As the SVP of Global Business Development for Sunrise Technologies, Cem Item serves as a trusted advisor to C-level executives running large global enterprises. He conducts corporate business strategy engagements and digital transformation workshops around the world. With over 20 years of consulting experience, Cem specializes in the textile, apparel, footwear, home furnishings, consumer goods manufacturing, and retail industries.
Warehouse data tells a story
Data tells a story about how a company runs its business. The warehouse table in particular — this core entity reveals so much about how a company manages its inventory. We’re fascinated by the creativity we see and how customers utilize their inventory data in so many ways.
A common setup: virtual warehouses
One way customers can manage inventory is by setting up virtual warehouses. This is when a warehouse that doesn’t exist in physical space is created in their inventory management system, and inventory is added. Virtual warehouses are a technique used to segment inventory. Think of it as “setting aside” a portion of your product for VIP customers or certain channels. Virtual warehouses aren’t necessarily a bad thing – if an important customer, region, or channel made an early commitment to your product, you definitely want to make sure that product is available to them. For single-channel brands or businesses with simple supply chains, virtual warehousing is a perfectly fine way to manage inventory, and a good business practice. But for omni-channel brands, or global organizations selling product in multiple countries, using virtual warehouses to segment inventory can cause problems.
How virtual warehouses cause problems in the supply chain
Problems start to happen when you set up dozens of virtual warehouses in the system to serve different channels, regions, and retail stores.
Even though the warehouses are virtual, you still must deal with the same inventory management issues that crop up just like in a physical warehouse. There are overages and shortages. Demand fluctuates. Product that you “set aside” for your customers and channels changes, constantly, and now you must keep up with every warehouse you created.
Different operational segments of the business may hide inventory from another, so they can ensure their fulfillment requests are met. It’s not uncommon for us to see a single warehouse storing product, yet the ERP system has four separate virtual locations. How can you fulfill orders from warehouses that don’t exist?
Fixes for virtual warehouses – that actually cause more problems
When businesses start to have these problems with virtual warehouses, they come up with a brilliant solution – virtual transfers! These cause their own sets of problems, though.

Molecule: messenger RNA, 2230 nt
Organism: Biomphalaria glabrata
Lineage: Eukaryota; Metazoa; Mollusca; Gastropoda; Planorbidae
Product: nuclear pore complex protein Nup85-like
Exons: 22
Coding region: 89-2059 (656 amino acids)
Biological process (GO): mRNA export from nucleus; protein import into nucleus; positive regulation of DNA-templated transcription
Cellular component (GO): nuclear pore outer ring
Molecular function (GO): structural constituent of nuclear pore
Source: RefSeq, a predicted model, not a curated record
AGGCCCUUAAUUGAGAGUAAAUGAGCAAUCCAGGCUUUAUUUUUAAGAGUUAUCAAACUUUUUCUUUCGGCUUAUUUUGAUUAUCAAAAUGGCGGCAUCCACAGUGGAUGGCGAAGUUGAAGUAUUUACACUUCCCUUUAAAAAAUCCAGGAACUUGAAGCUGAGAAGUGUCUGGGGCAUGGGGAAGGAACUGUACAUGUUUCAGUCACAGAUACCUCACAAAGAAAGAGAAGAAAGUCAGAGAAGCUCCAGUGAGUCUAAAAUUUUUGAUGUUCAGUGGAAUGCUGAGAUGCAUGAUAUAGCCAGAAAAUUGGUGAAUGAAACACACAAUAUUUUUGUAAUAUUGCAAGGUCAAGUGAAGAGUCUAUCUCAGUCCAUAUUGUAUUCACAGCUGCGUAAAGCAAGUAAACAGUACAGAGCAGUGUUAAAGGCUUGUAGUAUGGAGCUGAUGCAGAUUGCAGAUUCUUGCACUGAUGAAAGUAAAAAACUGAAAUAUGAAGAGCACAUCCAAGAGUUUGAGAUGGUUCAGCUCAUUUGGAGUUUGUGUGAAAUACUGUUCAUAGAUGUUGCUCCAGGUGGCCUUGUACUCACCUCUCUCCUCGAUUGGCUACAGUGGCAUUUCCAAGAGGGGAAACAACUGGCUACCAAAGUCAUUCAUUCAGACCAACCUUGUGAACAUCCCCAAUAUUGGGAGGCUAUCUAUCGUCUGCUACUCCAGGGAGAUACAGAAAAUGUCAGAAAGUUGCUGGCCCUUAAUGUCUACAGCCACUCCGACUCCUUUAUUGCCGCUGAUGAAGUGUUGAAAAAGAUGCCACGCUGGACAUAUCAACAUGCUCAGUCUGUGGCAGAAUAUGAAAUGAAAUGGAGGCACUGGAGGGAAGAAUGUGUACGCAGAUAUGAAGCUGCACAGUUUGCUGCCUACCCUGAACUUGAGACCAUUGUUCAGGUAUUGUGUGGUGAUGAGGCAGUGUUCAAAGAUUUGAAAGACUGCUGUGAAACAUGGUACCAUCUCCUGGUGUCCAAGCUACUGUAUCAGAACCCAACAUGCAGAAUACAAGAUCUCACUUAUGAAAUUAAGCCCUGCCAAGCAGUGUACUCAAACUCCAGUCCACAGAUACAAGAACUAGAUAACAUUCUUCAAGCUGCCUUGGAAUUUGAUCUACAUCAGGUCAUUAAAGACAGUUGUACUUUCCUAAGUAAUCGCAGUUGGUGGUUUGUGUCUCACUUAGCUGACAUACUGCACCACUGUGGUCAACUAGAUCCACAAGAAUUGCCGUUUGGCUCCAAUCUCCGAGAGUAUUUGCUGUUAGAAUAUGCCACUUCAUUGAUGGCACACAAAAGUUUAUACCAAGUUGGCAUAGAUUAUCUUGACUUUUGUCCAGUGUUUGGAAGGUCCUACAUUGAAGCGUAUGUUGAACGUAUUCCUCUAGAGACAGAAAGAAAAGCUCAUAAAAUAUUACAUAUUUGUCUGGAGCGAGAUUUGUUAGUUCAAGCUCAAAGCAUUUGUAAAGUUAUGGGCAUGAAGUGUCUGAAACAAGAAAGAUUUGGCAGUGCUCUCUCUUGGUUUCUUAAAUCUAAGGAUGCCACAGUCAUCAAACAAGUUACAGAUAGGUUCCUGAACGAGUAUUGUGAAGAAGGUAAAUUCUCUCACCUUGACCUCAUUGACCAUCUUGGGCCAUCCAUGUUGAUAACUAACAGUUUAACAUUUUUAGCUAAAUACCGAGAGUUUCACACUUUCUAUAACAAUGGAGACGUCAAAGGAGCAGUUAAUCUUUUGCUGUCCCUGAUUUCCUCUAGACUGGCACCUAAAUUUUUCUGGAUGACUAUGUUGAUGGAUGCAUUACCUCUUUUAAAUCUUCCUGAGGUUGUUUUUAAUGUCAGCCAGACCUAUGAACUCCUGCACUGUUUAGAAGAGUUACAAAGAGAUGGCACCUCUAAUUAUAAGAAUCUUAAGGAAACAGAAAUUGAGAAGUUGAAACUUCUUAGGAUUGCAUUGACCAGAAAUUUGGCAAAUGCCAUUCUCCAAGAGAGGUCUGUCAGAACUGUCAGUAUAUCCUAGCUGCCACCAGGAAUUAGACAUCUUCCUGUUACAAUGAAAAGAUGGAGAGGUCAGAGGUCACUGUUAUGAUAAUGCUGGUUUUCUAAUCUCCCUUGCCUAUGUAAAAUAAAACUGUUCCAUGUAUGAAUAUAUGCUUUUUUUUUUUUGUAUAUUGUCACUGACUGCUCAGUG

When this happens, you’re moving too far away from the accurate, real-life understanding of your inventory. To fix this, companies ask their IT departments to write specific algorithms to automate these virtual transfers, which eats up more time and money. And all the while, the brand still must keep fulfilling orders and allocating product. What started out as a simple way to make every channel happy becomes a twisted nightmare of complex rules and business logic.
There are also third-party solutions you can buy and implement to make virtual warehouse management easier. But at the end of the day, these solutions don’t fix the core problem: your virtual house inventory doesn’t match your physical inventory, and it’s hard for the business to make good decisions regarding fulfillment, allocation, and how to manage the supply chain.
The solution? Get rid of virtual warehouses
There is a solution for this virtual warehouse madness and prioritizing where inventory gets allocated. An intelligent soft allocation system can dramatically improve omni-channel inventory management.
Soft allocation does this by pegging inventory to segments based on demand and supply from a single inventory point (aka a single warehouse). Instead of automating virtual transfers just to balance out inventory inaccuracies, soft allocation is configurable as demands change, with no complex rewriting or rules or algorithms. Users can prioritize inventory, while pulling from a single pool and maintaining global visibility across the entire system.
Frequently asked virtual warehouse questions
See how Dynamics 365 handles inventory management
Are you interested in learning more inventory best practices? Would you like to a see a modern, streamlined allocation solution that gives you both flexibility and accuracy? Contact Sunrise today!